Since this final project has to have a dynamic element as part of its design, I figured I could incorporate one of my interests: guitar amplification. I’ve wanted to build my own guitar amplifier for some time now, and this project gives me the perfect springboard to work on one.
In the realm of guitar amplification, there are two types of amplifiers: solid-state and vacuum tube. Solid-state amplifiers rely on small, solid-state transistors to amplify the guitar signal, while tube amplifiers use – you guessed it – vacuum tubes to amplify the guitar signal. Vacuum tube amplifiers have been around since the very beginning of electric guitar, and are have been making a comeback in the wake of the cheap transistor amp explosion of the ’80s and ’90s. Both types of amplifier effectively accomplish the same purpose, but a solid-state amp will likely do it cheaper and more efficiently than a tube amp. However, tube amps are known for their musical “mojo” – they’re electrically very simple and, when pushed to saturation, distort in a musical fashion that adds overtones atop the guitar signal.
With this dynamic project in mind, I want to design a tube amplifier to my own specifications. First of all, I want to keep it simple – low wattage, minimal controls, and keep the number of vacuum tubes to a minimum. Secondly, I want to incorporate all of the creature comforts that I’d like to see in an amplifier – high and low inputs, multiple gain stages, a Baxandall tone stack, a master volume, effects loop, so on and so forth. Aesthetically, I’m primarily inspired by the guitar and bass rigs of the band Shellac (shown above), which have an amplifier enclosed inside an aluminum box with a single knob and VU meter, one input jack and one indicator lamp – no frills, nothing to screw up.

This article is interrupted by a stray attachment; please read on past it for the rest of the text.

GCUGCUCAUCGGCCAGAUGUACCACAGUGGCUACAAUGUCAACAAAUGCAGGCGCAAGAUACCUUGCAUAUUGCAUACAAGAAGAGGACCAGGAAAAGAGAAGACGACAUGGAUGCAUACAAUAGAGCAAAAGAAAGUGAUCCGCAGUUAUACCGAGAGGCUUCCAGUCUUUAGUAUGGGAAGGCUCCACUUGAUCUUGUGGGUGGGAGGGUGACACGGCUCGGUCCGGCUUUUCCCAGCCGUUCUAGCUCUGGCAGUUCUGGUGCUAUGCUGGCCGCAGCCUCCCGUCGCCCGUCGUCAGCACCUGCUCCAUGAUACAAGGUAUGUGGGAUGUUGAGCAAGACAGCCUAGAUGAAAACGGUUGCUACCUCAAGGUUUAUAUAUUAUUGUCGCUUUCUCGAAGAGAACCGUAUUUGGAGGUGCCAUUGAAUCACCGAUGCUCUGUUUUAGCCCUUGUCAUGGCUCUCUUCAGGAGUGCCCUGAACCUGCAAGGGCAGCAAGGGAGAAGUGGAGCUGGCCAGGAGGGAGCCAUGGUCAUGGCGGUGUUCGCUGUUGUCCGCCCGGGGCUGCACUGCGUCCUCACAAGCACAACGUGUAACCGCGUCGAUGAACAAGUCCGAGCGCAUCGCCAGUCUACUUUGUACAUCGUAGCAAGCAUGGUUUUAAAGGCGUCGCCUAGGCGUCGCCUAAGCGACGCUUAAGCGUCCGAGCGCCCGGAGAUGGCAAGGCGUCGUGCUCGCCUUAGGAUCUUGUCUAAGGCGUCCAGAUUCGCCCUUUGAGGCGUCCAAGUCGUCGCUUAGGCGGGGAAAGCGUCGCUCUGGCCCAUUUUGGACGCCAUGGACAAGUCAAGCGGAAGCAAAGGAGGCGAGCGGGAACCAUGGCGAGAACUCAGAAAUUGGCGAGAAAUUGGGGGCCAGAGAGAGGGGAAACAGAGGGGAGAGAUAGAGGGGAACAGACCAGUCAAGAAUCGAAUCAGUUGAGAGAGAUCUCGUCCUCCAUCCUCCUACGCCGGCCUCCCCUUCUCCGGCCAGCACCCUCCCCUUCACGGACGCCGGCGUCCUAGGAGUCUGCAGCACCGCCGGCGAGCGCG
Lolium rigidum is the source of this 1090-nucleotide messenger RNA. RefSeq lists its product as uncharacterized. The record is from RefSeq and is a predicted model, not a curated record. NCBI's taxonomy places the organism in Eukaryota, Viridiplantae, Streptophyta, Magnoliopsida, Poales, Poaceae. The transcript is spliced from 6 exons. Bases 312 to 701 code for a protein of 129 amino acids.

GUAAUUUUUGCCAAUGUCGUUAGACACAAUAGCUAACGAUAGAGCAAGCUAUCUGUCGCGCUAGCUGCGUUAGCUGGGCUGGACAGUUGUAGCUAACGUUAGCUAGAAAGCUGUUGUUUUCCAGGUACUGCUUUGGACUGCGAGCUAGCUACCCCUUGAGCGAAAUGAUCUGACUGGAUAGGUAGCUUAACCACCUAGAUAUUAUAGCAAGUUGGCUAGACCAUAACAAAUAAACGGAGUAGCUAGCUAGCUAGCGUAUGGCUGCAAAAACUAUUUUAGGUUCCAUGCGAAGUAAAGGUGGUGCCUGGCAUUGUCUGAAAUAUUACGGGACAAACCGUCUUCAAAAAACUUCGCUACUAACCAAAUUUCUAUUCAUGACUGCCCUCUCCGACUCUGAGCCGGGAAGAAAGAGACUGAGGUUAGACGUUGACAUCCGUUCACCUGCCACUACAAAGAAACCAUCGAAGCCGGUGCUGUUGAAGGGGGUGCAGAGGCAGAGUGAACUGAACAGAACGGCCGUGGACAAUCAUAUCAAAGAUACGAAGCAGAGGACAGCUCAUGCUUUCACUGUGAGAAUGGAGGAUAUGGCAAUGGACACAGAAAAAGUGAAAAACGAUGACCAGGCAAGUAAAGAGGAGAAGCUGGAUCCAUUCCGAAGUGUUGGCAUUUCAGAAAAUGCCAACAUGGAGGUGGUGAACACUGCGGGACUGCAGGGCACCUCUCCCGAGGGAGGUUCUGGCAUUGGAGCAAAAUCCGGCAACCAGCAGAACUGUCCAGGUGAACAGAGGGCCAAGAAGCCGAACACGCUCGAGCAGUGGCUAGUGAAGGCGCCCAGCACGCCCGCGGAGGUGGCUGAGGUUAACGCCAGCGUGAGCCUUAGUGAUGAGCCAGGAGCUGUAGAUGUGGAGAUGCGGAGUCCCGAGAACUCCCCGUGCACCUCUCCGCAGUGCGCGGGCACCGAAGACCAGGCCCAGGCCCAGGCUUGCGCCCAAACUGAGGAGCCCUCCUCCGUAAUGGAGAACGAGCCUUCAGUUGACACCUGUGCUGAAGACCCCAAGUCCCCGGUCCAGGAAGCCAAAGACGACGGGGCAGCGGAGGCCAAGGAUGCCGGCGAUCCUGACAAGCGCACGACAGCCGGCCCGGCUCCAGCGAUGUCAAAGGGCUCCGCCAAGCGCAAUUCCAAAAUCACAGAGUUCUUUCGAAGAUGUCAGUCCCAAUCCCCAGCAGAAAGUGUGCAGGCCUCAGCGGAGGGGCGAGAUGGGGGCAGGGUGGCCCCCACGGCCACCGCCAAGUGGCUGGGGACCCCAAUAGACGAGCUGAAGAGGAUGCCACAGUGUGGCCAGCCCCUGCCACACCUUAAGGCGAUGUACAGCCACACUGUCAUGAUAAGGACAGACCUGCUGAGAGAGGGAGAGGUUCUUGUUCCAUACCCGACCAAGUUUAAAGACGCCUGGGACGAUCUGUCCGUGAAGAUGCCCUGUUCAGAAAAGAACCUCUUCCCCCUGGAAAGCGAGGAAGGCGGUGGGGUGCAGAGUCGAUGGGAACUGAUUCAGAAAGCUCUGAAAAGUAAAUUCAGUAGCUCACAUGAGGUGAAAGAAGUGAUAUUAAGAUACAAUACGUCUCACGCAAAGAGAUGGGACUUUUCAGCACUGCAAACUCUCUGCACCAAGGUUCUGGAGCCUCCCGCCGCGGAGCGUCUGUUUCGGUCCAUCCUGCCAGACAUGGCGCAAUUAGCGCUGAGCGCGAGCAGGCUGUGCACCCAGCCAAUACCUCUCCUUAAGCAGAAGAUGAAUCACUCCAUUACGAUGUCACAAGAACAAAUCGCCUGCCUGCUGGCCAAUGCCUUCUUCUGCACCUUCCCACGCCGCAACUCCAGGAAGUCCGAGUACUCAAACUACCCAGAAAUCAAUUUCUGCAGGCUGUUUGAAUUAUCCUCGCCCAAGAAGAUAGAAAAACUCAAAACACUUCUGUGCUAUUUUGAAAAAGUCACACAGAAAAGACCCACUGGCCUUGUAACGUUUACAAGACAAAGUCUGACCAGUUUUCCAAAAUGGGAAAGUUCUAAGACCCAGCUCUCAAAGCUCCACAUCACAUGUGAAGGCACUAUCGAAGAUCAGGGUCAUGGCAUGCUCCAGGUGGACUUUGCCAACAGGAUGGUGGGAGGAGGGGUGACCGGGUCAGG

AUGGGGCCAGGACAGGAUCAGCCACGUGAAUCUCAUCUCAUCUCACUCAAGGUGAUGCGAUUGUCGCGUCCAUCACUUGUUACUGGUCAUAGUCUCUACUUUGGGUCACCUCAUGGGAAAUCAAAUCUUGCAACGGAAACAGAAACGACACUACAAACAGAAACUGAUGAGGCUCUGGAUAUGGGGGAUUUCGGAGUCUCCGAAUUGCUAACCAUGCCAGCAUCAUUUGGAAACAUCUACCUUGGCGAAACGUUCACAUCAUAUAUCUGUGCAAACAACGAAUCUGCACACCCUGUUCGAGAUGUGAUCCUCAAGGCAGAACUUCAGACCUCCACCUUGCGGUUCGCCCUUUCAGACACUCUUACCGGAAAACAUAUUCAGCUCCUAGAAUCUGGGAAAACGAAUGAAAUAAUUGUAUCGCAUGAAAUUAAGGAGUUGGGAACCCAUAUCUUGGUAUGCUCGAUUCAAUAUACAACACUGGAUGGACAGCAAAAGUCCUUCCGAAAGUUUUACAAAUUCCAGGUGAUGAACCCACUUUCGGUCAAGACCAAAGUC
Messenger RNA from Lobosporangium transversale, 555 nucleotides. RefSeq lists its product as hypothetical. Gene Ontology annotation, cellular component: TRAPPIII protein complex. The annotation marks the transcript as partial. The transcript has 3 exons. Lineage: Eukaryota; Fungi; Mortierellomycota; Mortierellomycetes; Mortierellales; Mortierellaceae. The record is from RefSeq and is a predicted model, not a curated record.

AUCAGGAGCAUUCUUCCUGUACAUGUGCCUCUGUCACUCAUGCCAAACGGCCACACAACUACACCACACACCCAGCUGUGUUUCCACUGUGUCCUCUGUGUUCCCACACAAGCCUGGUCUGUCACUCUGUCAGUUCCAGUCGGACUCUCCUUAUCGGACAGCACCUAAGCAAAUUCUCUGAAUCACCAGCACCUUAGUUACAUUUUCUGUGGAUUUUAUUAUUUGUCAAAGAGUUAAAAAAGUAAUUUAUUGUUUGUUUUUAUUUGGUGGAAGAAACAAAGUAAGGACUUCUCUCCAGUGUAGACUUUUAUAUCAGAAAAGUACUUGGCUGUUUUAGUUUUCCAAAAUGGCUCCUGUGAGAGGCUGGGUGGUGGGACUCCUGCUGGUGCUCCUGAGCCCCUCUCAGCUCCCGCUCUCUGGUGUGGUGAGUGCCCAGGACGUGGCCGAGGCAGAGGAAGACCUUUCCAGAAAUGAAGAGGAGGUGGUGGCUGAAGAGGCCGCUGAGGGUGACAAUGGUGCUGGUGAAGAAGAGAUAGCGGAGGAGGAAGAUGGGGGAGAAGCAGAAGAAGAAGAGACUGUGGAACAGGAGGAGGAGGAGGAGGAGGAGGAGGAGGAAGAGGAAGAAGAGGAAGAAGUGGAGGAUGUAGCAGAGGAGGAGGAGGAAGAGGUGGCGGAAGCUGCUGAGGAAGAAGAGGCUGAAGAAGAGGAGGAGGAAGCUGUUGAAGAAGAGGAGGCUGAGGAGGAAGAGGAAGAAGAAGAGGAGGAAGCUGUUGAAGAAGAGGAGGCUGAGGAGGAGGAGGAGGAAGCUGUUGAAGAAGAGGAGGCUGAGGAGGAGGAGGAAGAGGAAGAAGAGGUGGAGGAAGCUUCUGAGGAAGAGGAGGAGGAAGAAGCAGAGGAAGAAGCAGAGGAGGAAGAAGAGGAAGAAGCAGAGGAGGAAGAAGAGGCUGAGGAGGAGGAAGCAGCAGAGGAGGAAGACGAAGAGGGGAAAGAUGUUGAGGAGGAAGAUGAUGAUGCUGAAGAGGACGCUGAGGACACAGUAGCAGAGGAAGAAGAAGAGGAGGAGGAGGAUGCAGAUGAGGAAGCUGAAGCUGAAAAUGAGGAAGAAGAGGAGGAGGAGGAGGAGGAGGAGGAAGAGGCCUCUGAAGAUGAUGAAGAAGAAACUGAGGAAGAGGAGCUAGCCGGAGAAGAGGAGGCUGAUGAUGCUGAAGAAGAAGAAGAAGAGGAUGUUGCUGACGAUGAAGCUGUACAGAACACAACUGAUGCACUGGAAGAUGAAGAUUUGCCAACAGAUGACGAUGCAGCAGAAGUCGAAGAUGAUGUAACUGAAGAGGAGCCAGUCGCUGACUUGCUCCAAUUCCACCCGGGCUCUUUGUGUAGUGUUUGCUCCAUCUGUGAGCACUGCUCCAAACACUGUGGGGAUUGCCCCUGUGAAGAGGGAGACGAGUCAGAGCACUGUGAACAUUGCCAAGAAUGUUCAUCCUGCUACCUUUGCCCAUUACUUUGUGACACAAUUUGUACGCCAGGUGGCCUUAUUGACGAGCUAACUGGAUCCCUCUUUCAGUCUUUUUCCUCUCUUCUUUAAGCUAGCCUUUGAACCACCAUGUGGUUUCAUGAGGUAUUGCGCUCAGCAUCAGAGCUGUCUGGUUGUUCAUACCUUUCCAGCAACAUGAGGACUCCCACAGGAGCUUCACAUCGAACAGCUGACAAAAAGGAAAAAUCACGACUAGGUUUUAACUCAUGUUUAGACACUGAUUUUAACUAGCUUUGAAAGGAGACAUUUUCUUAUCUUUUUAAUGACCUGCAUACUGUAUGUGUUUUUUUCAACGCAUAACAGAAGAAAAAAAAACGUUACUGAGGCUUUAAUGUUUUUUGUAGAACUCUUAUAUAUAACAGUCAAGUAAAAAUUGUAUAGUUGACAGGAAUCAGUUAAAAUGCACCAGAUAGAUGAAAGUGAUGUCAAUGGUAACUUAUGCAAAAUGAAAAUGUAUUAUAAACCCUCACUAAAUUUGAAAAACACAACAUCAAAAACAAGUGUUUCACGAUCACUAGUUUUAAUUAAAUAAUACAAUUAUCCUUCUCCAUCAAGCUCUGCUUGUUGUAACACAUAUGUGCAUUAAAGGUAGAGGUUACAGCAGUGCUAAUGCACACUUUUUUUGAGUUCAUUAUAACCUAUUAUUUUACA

Going into this project, I have a couple of options for building an amplifier: clone an existing circuit, or develop my own. Initially, I was considering building a copy of a Fender Champ or Princeton amp, a very simple low wattage amp that everyone and their dog has copied. However, that didn’t leave me much room for me to experiment; instead, I decided it would be a better idea to design my own circuit from the ground up.
In designing an amplifier, there are a few main stages to consider: the pre-amp, the power amp, and the power supply. The pre-amp amplifies and tonally tweaks a guitar signal before reaching the power amp.
In the case of the above block diagram, the pre-amp consists of the two inputs, two gain stages, and EQ section. The guitar signal passes through one of the two inputs (“Hi” will be louder and voiced for guitar, while “Lo” will be quieter and voiced for bass), a gain stage with a controllable amount of volume, a Baxandall tone stack (audio style EQ, when both knobs are set at noon the signal is flat), and finally through a second gain stage with a fixed volume. Before the signal reaches the power amp, it can be attenuated with the master volume control, a simple potentiometer between the two stages. Finally, the signal passes through the power amp and is amplified to speaker level, and is output through one of two parallel jacks.